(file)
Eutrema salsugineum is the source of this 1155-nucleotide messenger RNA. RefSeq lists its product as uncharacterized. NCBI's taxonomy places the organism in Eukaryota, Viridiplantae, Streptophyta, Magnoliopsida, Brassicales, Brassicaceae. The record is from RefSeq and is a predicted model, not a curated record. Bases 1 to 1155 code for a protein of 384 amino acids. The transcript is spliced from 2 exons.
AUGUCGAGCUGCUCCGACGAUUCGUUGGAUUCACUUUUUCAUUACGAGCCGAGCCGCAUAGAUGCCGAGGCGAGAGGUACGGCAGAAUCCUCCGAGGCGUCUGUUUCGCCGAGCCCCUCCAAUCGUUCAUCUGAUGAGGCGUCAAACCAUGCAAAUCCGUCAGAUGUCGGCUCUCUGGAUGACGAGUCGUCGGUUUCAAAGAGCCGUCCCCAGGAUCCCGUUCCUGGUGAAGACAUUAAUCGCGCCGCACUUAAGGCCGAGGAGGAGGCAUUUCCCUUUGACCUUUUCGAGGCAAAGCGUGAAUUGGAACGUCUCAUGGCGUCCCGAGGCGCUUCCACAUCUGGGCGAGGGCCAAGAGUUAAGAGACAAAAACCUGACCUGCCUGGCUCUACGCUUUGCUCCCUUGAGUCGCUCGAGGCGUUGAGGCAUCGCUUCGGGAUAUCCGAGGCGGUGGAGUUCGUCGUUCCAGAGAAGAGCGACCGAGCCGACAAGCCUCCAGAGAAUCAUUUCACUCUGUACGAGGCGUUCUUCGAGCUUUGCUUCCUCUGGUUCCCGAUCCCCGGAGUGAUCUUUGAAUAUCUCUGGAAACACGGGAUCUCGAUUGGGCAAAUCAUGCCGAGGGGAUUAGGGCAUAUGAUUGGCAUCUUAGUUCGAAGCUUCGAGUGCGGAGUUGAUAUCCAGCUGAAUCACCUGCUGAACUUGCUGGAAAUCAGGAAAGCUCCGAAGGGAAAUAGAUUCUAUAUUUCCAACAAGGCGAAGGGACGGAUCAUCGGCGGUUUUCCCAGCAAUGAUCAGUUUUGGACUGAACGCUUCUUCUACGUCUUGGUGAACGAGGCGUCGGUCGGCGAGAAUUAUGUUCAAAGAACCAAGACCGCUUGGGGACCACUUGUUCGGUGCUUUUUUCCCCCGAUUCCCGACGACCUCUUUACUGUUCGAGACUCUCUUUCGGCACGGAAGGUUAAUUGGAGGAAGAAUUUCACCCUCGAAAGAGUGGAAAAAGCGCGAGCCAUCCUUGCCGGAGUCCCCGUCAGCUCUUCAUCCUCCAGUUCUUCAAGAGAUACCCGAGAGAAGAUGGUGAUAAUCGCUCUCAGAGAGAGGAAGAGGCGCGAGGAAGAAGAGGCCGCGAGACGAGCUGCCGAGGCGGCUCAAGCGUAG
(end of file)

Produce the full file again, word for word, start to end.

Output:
Eutrema salsugineum is the source of this 1155-nucleotide messenger RNA. RefSeq lists its product as uncharacterized. NCBI's taxonomy places the organism in Eukaryota, Viridiplantae, Streptophyta, Magnoliopsida, Brassicales, Brassicaceae. The record is from RefSeq and is a predicted model, not a curated record. Bases 1 to 1155 code for a protein of 384 amino acids. The transcript is spliced from 2 exons.
AUGUCGAGCUGCUCCGACGAUUCGUUGGAUUCACUUUUUCAUUACGAGCCGAGCCGCAUAGAUGCCGAGGCGAGAGGUACGGCAGAAUCCUCCGAGGCGUCUGUUUCGCCGAGCCCCUCCAAUCGUUCAUCUGAUGAGGCGUCAAACCAUGCAAAUCCGUCAGAUGUCGGCUCUCUGGAUGACGAGUCGUCGGUUUCAAAGAGCCGUCCCCAGGAUCCCGUUCCUGGUGAAGACAUUAAUCGCGCCGCACUUAAGGCCGAGGAGGAGGCAUUUCCCUUUGACCUUUUCGAGGCAAAGCGUGAAUUGGAACGUCUCAUGGCGUCCCGAGGCGCUUCCACAUCUGGGCGAGGGCCAAGAGUUAAGAGACAAAAACCUGACCUGCCUGGCUCUACGCUUUGCUCCCUUGAGUCGCUCGAGGCGUUGAGGCAUCGCUUCGGGAUAUCCGAGGCGGUGGAGUUCGUCGUUCCAGAGAAGAGCGACCGAGCCGACAAGCCUCCAGAGAAUCAUUUCACUCUGUACGAGGCGUUCUUCGAGCUUUGCUUCCUCUGGUUCCCGAUCCCCGGAGUGAUCUUUGAAUAUCUCUGGAAACACGGGAUCUCGAUUGGGCAAAUCAUGCCGAGGGGAUUAGGGCAUAUGAUUGGCAUCUUAGUUCGAAGCUUCGAGUGCGGAGUUGAUAUCCAGCUGAAUCACCUGCUGAACUUGCUGGAAAUCAGGAAAGCUCCGAAGGGAAAUAGAUUCUAUAUUUCCAACAAGGCGAAGGGACGGAUCAUCGGCGGUUUUCCCAGCAAUGAUCAGUUUUGGACUGAACGCUUCUUCUACGUCUUGGUGAACGAGGCGUCGGUCGGCGAGAAUUAUGUUCAAAGAACCAAGACCGCUUGGGGACCACUUGUUCGGUGCUUUUUUCCCCCGAUUCCCGACGACCUCUUUACUGUUCGAGACUCUCUUUCGGCACGGAAGGUUAAUUGGAGGAAGAAUUUCACCCUCGAAAGAGUGGAAAAAGCGCGAGCCAUCCUUGCCGGAGUCCCCGUCAGCUCUUCAUCCUCCAGUUCUUCAAGAGAUACCCGAGAGAAGAUGGUGAUAAUCGCUCUCAGAGAGAGGAAGAGGCGCGAGGAAGAAGAGGCCGCGAGACGAGCUGCCGAGGCGGCUCAAGCGUAG